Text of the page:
Tips for Campfire Cooking with Your Fire Pit

The barbecue grill in your outdoor kitchen is not your only option for cooking in your backyard. If you have a wood-burning fire pit, you can also partake in campfire cooking. Whether you are doing a bit of backyard camping or simply roasting marshmallows to make s’mores with your kids, campfire cooking is a fun way to prepare meals outdoors and without heating up your house.

Of course, when you leave behind the comfort and convenience of your kitchen with its ample counterspace and multiple, easy-to-control burners, you are going to have to make a few adjustments and learn some new cooking skills. But with the right equipment and some helpful tips you will be successfully campfire cooking right in your backyard. Plus, since you can enjoy cooking over a campfire without leaving your house, that also means that all of your handy kitchen tools and appliances will be nearby to make things much easier.

Campfire Cooking with Your Fire Pit: Getting Started

The first thing to know is that wood-burning fire pits are the best option for cooking. It is not recommended to cook over gas fire pits. If you do not have a wood-burning fire pit in your backyard, you can always purchase an inexpensive, portable option that you can leave out to enjoy regularly or just bring out when you are entertaining or feel like to doing some open-fire cooking.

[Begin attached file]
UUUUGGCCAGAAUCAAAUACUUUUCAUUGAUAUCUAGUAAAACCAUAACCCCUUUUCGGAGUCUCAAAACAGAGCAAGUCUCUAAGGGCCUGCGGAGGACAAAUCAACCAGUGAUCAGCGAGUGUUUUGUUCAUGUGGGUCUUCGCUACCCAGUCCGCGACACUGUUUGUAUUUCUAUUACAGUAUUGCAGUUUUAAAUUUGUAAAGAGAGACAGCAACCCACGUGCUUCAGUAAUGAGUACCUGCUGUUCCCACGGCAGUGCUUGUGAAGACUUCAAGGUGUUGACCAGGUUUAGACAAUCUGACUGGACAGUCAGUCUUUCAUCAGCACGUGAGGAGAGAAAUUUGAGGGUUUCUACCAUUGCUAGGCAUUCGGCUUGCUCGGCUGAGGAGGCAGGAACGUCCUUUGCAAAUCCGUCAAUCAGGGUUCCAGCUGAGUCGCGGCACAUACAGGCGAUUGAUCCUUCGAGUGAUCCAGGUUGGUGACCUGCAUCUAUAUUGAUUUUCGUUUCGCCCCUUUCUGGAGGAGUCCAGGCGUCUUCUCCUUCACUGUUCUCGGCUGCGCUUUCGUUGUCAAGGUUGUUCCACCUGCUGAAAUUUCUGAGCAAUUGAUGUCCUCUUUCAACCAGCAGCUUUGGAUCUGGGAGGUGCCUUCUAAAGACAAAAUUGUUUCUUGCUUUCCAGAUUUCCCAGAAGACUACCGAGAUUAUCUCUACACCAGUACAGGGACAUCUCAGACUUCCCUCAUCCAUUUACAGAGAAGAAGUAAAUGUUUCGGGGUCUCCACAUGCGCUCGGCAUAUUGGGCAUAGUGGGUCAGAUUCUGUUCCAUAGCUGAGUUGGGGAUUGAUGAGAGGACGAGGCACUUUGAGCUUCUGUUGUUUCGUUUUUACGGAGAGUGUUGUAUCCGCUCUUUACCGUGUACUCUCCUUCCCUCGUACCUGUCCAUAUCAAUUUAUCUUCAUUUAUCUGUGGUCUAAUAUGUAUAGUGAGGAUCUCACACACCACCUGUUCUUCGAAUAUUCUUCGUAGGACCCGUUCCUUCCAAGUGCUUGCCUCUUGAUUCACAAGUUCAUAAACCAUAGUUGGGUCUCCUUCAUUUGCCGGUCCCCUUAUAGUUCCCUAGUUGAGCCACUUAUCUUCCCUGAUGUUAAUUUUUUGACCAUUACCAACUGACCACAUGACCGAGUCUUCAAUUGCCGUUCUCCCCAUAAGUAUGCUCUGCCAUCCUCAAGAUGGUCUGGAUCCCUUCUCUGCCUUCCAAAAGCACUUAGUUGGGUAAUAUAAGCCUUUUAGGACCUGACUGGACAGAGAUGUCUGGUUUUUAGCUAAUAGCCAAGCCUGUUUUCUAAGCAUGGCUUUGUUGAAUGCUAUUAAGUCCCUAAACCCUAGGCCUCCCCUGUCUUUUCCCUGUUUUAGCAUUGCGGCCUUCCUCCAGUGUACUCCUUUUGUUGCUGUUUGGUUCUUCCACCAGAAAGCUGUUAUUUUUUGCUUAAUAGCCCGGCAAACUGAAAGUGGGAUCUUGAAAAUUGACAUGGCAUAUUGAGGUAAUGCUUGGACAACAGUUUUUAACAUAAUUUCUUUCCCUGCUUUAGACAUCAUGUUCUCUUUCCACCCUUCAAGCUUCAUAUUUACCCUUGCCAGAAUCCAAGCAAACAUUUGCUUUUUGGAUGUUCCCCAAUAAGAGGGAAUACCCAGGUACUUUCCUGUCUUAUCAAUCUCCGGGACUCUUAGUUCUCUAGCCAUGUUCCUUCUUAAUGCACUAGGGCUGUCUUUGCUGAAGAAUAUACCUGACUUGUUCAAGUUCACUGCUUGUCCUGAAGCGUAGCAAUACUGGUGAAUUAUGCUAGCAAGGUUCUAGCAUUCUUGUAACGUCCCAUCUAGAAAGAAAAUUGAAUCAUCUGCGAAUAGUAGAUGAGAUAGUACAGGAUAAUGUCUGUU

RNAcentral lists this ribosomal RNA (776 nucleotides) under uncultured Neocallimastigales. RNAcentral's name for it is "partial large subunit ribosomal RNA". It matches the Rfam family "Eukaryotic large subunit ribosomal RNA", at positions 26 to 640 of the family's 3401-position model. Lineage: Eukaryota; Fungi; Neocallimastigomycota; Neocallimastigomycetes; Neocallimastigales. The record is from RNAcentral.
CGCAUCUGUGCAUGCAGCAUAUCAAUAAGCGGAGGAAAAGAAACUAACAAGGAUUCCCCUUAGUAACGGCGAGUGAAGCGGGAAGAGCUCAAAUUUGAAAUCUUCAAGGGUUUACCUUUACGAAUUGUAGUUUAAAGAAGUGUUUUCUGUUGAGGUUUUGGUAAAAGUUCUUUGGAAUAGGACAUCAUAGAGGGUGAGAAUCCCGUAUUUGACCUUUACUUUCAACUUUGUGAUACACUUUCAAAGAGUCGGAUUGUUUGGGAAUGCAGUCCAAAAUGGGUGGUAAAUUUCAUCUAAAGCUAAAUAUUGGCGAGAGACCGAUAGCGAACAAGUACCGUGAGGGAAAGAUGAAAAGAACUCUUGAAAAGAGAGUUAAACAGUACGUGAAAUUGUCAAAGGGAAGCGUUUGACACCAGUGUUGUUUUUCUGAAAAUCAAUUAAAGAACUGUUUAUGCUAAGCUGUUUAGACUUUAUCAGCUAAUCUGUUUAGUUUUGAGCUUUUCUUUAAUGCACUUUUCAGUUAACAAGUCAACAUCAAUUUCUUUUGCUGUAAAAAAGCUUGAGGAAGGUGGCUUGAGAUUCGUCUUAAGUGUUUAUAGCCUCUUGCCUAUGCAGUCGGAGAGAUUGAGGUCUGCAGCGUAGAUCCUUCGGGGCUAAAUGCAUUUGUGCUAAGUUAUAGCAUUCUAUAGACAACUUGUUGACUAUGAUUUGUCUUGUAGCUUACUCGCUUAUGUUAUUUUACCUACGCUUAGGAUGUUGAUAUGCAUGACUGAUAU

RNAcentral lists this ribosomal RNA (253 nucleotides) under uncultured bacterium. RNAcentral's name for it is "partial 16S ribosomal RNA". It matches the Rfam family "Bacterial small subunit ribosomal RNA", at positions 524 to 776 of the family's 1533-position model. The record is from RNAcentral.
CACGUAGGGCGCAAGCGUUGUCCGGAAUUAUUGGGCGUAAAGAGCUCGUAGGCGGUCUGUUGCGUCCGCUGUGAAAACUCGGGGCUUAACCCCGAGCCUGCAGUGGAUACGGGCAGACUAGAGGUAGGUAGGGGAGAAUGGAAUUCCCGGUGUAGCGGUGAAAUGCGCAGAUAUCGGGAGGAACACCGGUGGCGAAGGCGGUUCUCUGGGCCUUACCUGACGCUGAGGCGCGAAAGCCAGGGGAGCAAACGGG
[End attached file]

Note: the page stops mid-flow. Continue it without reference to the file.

Once you have your fire pit, make sure you set it up in a safe area away from trees and structures that could be affected by the fire. While you are setting things up, now also might be a good time for you to read our guide to fire pit safety.

The next step is selecting your wood. Make sure your firewood is seasoned (dried and aged) so that you can enjoy a safe, cleaner-burning fire. Since most campfire cooking is done over coals, it is a good idea to choose hardwoods, which will leave you with better coals for cooking. If you will be cooking meat or fish that you hope to flavor with the smoke from your campfire, consider hickory, mesquite or oak firewood.

There are many different ways to cook over a campfire, and the technique and equipment that is best will depend on what you plan to cook. You will find that with a little creativity and the right gear, you can use your fire pit to cook almost anything you would normally cook in the kitchen. This includes popular breakfast foods, pasta dishes and even baked goods.